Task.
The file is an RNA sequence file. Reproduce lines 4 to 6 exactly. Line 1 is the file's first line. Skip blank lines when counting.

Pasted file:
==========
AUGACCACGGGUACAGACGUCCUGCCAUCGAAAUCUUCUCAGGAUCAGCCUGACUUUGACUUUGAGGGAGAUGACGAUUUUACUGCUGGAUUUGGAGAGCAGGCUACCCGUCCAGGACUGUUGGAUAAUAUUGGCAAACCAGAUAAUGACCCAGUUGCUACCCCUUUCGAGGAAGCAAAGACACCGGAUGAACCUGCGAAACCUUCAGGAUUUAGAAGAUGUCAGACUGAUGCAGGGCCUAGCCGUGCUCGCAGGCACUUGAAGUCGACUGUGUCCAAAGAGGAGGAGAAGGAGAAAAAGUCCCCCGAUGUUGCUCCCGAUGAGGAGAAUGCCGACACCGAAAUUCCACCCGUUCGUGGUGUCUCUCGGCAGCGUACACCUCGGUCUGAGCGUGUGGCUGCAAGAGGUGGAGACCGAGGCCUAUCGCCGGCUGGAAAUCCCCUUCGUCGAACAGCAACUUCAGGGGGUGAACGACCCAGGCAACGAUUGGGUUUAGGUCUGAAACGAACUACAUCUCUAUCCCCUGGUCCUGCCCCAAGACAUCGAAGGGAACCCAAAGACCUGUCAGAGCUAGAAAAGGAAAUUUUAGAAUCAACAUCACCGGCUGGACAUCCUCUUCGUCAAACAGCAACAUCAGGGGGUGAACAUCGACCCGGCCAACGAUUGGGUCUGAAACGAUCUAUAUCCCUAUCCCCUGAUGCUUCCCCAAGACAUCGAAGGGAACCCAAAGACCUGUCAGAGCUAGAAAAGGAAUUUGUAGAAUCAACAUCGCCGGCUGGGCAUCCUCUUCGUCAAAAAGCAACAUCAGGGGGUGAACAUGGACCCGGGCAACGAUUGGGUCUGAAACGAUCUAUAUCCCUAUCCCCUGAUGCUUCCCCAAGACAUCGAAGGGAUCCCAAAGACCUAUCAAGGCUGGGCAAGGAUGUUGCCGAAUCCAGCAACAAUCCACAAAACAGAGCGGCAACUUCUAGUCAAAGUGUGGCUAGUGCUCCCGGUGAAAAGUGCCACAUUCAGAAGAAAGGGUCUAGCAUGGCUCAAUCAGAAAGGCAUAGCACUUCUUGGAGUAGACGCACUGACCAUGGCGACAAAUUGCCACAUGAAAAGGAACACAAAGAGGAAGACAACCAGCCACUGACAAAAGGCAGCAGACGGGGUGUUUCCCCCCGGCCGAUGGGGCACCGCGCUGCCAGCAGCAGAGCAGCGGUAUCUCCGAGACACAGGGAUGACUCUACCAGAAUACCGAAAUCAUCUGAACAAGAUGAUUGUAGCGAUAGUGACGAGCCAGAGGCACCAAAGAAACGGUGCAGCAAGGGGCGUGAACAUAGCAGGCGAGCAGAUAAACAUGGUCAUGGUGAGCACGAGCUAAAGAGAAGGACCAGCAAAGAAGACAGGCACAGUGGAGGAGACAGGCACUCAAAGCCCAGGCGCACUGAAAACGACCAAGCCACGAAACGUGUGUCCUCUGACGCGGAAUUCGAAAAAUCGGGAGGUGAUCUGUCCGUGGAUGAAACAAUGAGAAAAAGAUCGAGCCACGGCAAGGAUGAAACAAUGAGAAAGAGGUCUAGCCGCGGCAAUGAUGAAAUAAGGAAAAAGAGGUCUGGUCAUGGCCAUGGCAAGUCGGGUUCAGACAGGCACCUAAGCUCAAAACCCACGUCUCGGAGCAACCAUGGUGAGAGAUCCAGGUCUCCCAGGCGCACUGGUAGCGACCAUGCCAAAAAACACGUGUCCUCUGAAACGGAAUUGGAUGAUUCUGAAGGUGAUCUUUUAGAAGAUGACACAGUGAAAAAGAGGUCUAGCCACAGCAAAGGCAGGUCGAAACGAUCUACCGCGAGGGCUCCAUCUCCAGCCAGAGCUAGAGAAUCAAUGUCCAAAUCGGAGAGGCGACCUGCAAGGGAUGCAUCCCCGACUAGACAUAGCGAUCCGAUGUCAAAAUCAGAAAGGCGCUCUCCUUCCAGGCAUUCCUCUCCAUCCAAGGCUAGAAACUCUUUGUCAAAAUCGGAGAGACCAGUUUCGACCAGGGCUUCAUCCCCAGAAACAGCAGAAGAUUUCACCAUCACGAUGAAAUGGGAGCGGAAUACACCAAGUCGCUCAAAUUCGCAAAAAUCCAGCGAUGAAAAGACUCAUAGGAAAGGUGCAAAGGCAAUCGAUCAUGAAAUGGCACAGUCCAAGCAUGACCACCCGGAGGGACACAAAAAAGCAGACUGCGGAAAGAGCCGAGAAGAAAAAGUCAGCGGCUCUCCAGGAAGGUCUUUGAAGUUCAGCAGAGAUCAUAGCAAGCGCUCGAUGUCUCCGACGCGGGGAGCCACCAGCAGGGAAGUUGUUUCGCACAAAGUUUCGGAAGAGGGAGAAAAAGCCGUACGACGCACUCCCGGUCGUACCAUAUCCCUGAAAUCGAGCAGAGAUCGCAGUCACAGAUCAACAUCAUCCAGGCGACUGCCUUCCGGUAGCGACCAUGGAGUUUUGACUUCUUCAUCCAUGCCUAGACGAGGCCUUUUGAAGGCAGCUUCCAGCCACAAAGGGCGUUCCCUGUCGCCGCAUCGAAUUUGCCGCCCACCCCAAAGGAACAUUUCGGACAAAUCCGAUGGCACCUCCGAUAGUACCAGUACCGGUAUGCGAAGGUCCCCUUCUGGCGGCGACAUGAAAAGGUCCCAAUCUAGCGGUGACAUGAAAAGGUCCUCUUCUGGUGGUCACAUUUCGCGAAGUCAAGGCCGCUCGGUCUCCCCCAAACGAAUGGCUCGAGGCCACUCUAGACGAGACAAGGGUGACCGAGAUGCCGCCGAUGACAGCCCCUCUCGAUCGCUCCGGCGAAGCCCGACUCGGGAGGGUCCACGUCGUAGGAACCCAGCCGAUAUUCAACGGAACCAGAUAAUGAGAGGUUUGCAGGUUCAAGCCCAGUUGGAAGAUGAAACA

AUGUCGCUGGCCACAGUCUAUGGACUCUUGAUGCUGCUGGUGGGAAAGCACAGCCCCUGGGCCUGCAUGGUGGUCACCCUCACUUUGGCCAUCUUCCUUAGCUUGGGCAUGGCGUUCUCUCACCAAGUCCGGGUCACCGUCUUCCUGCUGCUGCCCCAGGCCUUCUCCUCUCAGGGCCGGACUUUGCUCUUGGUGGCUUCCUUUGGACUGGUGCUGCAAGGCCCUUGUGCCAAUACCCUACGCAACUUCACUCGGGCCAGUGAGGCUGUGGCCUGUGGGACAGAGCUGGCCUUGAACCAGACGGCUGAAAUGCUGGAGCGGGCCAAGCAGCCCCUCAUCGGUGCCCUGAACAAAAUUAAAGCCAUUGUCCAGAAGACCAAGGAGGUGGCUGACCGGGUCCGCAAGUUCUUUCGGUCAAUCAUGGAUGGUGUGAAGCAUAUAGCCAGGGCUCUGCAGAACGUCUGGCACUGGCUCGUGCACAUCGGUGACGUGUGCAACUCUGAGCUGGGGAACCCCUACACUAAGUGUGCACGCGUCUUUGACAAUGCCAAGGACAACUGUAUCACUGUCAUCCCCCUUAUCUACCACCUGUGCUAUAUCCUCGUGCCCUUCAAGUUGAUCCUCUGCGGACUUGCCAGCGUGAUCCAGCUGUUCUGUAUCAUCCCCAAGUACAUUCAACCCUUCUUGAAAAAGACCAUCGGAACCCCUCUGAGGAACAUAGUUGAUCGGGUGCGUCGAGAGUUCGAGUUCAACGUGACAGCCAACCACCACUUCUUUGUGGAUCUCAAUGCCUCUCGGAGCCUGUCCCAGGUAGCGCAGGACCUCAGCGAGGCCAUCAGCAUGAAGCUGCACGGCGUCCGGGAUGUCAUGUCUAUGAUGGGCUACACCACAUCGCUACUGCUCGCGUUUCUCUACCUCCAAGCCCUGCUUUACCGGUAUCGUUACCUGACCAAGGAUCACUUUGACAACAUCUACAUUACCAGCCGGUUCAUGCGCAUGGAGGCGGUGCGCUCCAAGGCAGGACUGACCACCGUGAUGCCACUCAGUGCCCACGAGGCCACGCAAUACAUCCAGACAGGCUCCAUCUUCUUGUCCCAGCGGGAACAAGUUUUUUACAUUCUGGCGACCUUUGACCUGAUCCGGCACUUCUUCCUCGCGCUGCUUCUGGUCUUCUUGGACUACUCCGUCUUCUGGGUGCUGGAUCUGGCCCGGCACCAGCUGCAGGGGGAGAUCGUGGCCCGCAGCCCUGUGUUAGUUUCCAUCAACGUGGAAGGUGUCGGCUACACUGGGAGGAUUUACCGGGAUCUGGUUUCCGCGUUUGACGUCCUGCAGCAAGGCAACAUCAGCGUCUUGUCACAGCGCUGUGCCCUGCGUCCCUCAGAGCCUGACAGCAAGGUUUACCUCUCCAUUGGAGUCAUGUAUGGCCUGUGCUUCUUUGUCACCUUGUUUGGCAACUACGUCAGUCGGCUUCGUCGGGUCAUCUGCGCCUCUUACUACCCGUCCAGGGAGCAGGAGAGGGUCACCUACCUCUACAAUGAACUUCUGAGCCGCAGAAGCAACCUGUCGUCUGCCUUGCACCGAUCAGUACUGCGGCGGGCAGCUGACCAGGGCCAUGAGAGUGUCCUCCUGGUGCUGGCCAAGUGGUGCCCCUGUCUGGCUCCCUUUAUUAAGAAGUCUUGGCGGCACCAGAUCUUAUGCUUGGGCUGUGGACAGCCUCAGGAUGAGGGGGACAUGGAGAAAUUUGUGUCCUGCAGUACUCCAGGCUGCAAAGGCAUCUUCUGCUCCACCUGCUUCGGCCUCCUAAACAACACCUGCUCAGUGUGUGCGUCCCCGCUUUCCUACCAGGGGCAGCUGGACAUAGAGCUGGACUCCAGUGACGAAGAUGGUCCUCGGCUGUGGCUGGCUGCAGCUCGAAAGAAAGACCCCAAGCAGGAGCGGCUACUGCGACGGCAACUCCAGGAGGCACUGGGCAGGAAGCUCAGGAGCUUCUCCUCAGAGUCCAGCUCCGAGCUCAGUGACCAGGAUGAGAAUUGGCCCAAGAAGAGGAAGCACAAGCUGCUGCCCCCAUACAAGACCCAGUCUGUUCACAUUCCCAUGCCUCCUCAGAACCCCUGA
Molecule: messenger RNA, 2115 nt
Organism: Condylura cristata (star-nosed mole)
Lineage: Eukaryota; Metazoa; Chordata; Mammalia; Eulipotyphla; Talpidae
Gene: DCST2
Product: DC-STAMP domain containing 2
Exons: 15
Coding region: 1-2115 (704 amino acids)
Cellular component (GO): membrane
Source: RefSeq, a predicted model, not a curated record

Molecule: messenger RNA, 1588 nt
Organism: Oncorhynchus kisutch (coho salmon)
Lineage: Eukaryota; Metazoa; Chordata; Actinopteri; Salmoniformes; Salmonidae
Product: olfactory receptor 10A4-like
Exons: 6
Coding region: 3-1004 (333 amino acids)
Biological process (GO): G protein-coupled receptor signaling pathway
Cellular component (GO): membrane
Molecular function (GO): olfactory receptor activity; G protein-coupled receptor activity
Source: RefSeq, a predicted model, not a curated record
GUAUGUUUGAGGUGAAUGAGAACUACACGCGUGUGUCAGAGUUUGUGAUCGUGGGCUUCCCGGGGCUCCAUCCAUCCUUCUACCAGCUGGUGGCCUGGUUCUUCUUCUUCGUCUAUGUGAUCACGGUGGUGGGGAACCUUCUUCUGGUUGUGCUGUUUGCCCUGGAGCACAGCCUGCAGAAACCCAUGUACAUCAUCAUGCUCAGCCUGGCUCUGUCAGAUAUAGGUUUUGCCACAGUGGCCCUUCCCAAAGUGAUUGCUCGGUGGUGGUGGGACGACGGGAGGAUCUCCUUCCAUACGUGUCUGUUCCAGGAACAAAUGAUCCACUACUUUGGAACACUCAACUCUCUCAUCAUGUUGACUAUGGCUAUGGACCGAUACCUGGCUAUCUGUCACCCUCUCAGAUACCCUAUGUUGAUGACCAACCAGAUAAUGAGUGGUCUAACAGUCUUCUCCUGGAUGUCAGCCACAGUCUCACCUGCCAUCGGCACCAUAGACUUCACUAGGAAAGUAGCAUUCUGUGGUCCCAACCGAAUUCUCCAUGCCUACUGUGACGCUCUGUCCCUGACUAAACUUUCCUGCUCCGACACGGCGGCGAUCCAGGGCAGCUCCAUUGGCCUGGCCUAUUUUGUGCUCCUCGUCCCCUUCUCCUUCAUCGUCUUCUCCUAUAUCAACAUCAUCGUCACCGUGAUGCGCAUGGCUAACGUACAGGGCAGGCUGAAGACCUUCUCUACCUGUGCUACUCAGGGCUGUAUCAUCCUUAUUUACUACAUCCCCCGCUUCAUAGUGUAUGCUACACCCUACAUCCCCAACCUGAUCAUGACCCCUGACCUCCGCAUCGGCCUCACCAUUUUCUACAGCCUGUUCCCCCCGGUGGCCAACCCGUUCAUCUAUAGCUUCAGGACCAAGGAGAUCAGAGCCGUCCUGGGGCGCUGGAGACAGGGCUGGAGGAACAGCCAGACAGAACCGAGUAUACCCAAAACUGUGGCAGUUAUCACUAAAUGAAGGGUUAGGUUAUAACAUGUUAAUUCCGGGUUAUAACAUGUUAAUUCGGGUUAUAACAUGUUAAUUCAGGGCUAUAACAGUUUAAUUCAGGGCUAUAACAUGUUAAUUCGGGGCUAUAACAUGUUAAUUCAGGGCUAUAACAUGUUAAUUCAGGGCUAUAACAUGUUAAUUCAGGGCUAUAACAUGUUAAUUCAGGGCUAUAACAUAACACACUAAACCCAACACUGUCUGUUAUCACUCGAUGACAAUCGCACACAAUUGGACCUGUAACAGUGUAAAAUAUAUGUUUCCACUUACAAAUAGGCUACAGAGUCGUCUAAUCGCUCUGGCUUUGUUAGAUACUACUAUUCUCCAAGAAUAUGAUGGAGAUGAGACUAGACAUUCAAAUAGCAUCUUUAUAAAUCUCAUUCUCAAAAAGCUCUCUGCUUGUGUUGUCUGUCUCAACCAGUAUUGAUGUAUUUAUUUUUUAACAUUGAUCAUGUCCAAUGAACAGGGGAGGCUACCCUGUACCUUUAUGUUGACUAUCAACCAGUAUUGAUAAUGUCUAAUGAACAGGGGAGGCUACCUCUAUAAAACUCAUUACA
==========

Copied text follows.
Organism: Condylura cristata (star-nosed mole)
Lineage: Eukaryota; Metazoa; Chordata; Mammalia; Eulipotyphla; Talpidae
Gene: DCST2